Angiotensin Receptor Antagonists/therapeutic use , Angiotensin-Converting Enzyme 2/genetics , Angiotensin-Converting Enzyme Inhibitors/therapeutic use , COVID-19 , Leukocytes/metabolism , Myocardium/metabolism , RNA, Messenger/metabolism , Receptors, Coronavirus/genetics , Aged , Coronary Artery Bypass , Coronary Artery Disease/surgery , Female , Heart Failure/therapy , Heart-Assist Devices , Hemodynamics , Humans , Male , Middle Aged , SARS-CoV-2
13.
Can J Cardiol ; 37(6): 887-894, 2021 06.
Article in English | MEDLINE | ID: covidwho-898623

ABSTRACT

BACKGROUND: Left main coronary arterial (LMCA) atresia is a rare coronary arterial anomaly with extremely limited data on the optimal management. We aimed to report our single-surgeon experience of the ostioplasty in patients with LMCA atresia. METHODS: From July 2018 to December 2019, pediatric patients who presented with LMCA atresia and subsequently underwent surgical coronary ostioplasty were recruited into this retrospective study. Concomitant mitral repair was applied when the regurgitation was moderate or more severe. RESULTS: A total of 9 patients diagnosed with LMCA atresia were included. Mitral regurgitation was found in all of them, including 6 (66.7%) severe, 1 (11.1%) moderate, and 2 (22.2%) mild. In addition to ischemic lesions, which were found in 7 (77.8%) patients, structural mitral problems were also common (presented in 7 [77.8%] patients). All the patients underwent coronary ostioplasty with autologous pulmonary arterial patch augmenting the anterior wall of the neo-ostium. Mean aortic cross clamp time and cardiopulmonary bypass time was 88.1 ± 18.9 and 124.6 ± 23.6 minutes, respectively. During a median of 10.9 (range: 3.3 to 17.2) months' follow-up, there was only 1 death at 5 months after surgery. All survivors were recovered uneventfully with normal left-ventricular function; however, with 4 (50.0%) having significant recurrence of mitral regurgitation. CONCLUSIONS: With favourable surgical outcomes, coronary ostioplasty for LMCA atresia may be an option of revascularization. Structural mitral problems presented in majority patients, resulting in the requirement of concomitant mitral repair. However, the optimal technique of mitral repair remains unclear.


Subject(s)
Angioplasty/methods , Coronary Artery Disease , Coronary Vessel Anomalies , Mitral Valve Annuloplasty , Mitral Valve Insufficiency , Pulmonary Artery/transplantation , Aorta, Thoracic/surgery , Child, Preschool , Coronary Angiography/methods , Coronary Artery Disease/complications , Coronary Artery Disease/congenital , Coronary Artery Disease/surgery , Coronary Vessel Anomalies/complications , Coronary Vessel Anomalies/diagnosis , Coronary Vessel Anomalies/surgery , Female , Humans , Male , Mitral Valve Annuloplasty/adverse effects , Mitral Valve Annuloplasty/methods , Mitral Valve Insufficiency/complications , Mitral Valve Insufficiency/diagnosis , Mitral Valve Insufficiency/surgery , Myocardial Revascularization/methods , Operative Time , Recurrence , Transplantation, Autologous/methods , Treatment Outcome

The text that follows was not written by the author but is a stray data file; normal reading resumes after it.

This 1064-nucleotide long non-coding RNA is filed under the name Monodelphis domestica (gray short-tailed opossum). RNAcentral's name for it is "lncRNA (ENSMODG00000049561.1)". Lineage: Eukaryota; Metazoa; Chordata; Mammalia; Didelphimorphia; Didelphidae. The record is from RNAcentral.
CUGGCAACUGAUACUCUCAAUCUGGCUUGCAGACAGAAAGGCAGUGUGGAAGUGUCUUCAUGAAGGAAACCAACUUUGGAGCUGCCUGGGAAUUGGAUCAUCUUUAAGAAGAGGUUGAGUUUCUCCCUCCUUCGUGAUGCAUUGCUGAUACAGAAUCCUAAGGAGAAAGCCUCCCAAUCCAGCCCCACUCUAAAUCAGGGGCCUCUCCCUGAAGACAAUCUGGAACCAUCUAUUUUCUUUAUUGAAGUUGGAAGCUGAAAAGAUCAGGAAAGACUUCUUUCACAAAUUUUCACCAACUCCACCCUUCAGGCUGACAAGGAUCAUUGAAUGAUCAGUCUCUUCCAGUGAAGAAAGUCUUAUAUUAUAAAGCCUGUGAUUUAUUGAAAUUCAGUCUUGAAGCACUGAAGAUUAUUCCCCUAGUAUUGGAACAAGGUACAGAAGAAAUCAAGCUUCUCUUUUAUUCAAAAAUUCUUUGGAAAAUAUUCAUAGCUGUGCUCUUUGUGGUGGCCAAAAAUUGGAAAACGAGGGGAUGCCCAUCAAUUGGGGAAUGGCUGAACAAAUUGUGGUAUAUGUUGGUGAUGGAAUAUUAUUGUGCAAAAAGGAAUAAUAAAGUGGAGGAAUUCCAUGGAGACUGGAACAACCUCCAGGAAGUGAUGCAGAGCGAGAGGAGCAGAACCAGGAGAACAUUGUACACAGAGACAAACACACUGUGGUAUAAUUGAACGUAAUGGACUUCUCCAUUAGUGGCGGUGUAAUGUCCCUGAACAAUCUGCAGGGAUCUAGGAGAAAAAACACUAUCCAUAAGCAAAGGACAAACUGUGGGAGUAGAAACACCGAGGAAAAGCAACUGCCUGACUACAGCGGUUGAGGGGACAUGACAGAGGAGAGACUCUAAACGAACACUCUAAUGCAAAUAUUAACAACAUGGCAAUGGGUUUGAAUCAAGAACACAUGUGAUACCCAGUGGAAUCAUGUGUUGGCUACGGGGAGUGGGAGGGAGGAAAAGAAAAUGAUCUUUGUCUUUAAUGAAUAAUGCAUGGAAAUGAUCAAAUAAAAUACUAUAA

16.
J Card Surg ; 35(9): 2361-2363, 2020 Sep.
Article in English | MEDLINE | ID: covidwho-640368

ABSTRACT

The coronavirus disease 2019 (COVID-19) pandemic caused by the severe acute respiratory syndrome coronavirus 2 (SARS-CoV-2) is overwhelming healthcare resources and infrastructure worldwide. Earlier reports have demonstrated complicated postoperative courses and high fatality rates in patients undergoing emergent cardiothoracic surgery who were diagnosed postoperatively with COVID-19. These reports raise the possibility that active COVID-19 might precipitate a catastrophic pathophysiological response to infection in the postoperative period and lead to unfavorable surgical outcomes. Hence, it is imperative to screen patients with SARS-CoV-2 infection before surgery and to carefully monitor them in the postoperative period to identify any signs of active COVID-19. In this report, we present the successful outcome of coronary artery bypass grafting (CABG) operation in a patient with asymptomatic SARS-CoV-2 infection presenting with an acute coronary syndrome and requiring urgent surgical intervention. We employed a thorough strategy to identify subclinical COVID-19 disease, and after confirming the absence of active disease, proceeded with the CABG operation. The patient outcome was successful with the absence of any overt COVID-19 manifestations in the postoperative period.


Subject(s)
Acute Coronary Syndrome/surgery , COVID-19/complications , Coronary Artery Bypass , Acute Coronary Syndrome/diagnosis , Aged , COVID-19/diagnosis , Cardiac Catheterization , Coronary Artery Disease/diagnosis , Coronary Artery Disease/surgery , Coronary Occlusion/diagnosis , Coronary Occlusion/surgery , Female , Humans , Lung/diagnostic imaging , Non-ST Elevated Myocardial Infarction/surgery , Pleural Effusion/diagnostic imaging , Tomography, X-Ray Computed